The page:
Unstuffed fish

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One of my early favorite restaurant dishes was flounder stuffed with crabmeat. This was often laden with bread crumbs, cream, or both, and always delicious—if a bit heavy. I sought to find this recipe recently, and to my surprise, couldn’t find one in my many cookbooks, despite a careful review of “Curries and Kebabs,” “Step by Step Lebanese Cooking,” “Kids’ Favorite Recipes,” and “The Art of Mixing Drinks.” Lest you think I am being funny, I also struck out in my cookbook simply entitled “Crab,” despite the promising opening line “It’s a crabby world out there!”

Therefore, as this column (and this lawyer) often does, I winged it.

Roumel Rule #1: use quality ingredients. Sorry Dad, I know you never got over Mom mixing Crown Royal with ginger ale for her bridge club. You’ve been rolling over in your grave about this, starting 50 years before you were buried. But the fact remains, even when mixing ingredients, use the best of everything.

Roumel Rule #2: measure nothing. Yes, recipes include precise measurements. But they are arbitrary. When Bill Buford was interning with Mario Batali for his book “Heat,” he asked Batali why his pasta recipes varied from 1 clove of garlic to as much as six. Batali shrugged.

One more note about measuring: as you gain more experience in the kitchen, you get a feel for what a dish needs. Sure, sometimes, you blow it. I’ve oversalted and otherwise ruined many a dinner by adding “more cowbell.” Those problems can be avoided by a minimalist approach.

That’s what I was going for when I made my unstuffed fish. I started with a nice whitefish fillet, a heap of snow crab legs, and some hefty shrimp. You don’t need to add much to that. I steamed the crab, sautéed the shrimp in butter, and mixed in the crab meat. Then I added lemon and fresh dill, and some chopped green onion. Tossed this on top of the separately baked fish, and viola.

I did actually commence to stuff the fish. I tried a delicate sidewise cut, to no avail. Some recipes call for rolling the fish, or “sandwiching” the stuffing between fillets. Ultimately I decided on the simpler approach. To the best of my faulty memory, this is what I did:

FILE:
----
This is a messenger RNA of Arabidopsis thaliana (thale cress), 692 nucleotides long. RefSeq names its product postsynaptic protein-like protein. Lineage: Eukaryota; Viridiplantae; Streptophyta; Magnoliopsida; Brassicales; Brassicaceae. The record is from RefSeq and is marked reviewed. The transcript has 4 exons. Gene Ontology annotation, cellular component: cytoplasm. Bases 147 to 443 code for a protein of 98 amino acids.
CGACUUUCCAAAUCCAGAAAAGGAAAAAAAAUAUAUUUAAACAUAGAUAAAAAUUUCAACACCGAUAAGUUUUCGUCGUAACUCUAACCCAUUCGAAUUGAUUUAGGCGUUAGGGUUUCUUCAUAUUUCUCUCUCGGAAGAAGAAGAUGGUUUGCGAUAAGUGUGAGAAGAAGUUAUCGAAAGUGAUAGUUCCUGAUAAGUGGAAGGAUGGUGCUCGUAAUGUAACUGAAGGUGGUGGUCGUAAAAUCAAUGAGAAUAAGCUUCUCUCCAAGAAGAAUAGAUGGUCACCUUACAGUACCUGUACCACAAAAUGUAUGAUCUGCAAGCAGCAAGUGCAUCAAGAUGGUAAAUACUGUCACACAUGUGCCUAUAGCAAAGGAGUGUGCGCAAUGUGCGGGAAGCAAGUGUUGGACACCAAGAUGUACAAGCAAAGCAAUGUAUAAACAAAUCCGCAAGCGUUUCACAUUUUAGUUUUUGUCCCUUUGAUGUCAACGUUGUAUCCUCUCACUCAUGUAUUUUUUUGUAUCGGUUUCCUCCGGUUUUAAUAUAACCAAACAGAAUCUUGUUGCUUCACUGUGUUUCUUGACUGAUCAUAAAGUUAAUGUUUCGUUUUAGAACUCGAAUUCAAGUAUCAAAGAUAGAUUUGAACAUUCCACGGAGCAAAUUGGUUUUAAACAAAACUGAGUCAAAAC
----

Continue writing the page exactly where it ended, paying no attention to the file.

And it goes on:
Unstuffed, Unmeasured Fish

Delicate fillet like whitefish, flounder, or sole

Crabmeat (I used snow crab legs)

Shrimp (these days I’m using flash frozen wild caught Gulf shrimp; thaw first)

Butter

Oil

Dill, chopped fresh, and/or parsley

Green onion

Salt and pepper

Lemon

Maybe some paprika. I forget.

1.  Rub the fish with oil, salt, pepper, lemon, and some fresh dill. Let sit for at least a few minutes or longer in the refrigerator if you can.

2.  Preheat the oven to 350°. Bake the fish, skin side down, probably about 15 minutes for a thin fillet.

3.  Steam the crab legs. Let cool and remove the meat and roughly chop it.

4.  Chop and sauté the shrimp in butter. When it is done, toss it with the crabmeat, lemon, dill, green onion, salt, and pepper.

5.  Carefully remove the fish and place it on a serving platter. Top with the crab and shrimp mixture, more fresh herbs, perhaps a dusting of paprika. Serve immediately.

I would offer this with steamed new potatoes with butter and parsley, and fresh broccoli with lemon. A salad here is overkill, though starting perhaps with oysters or a cold soup, like gazpacho or vichyssoise, would be grand.

I recommend a crisp chardonnay. Much as I appreciate a sauvignon blanc, this classy dinner deserves a classic wine.

Pour as much as you want – no one’s measuring.

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Nick Roumel is a principal with Nacht & Roumel PC, a firm in Ann Arbor specializing in employment and civil right litigation. He also has many years of varied restaurant and catering experience, has taught Greek cooking classes, and wrote a food/restaurant column for “Current” magazine in Ann Arbor. Follow him at @nickroumel.
 

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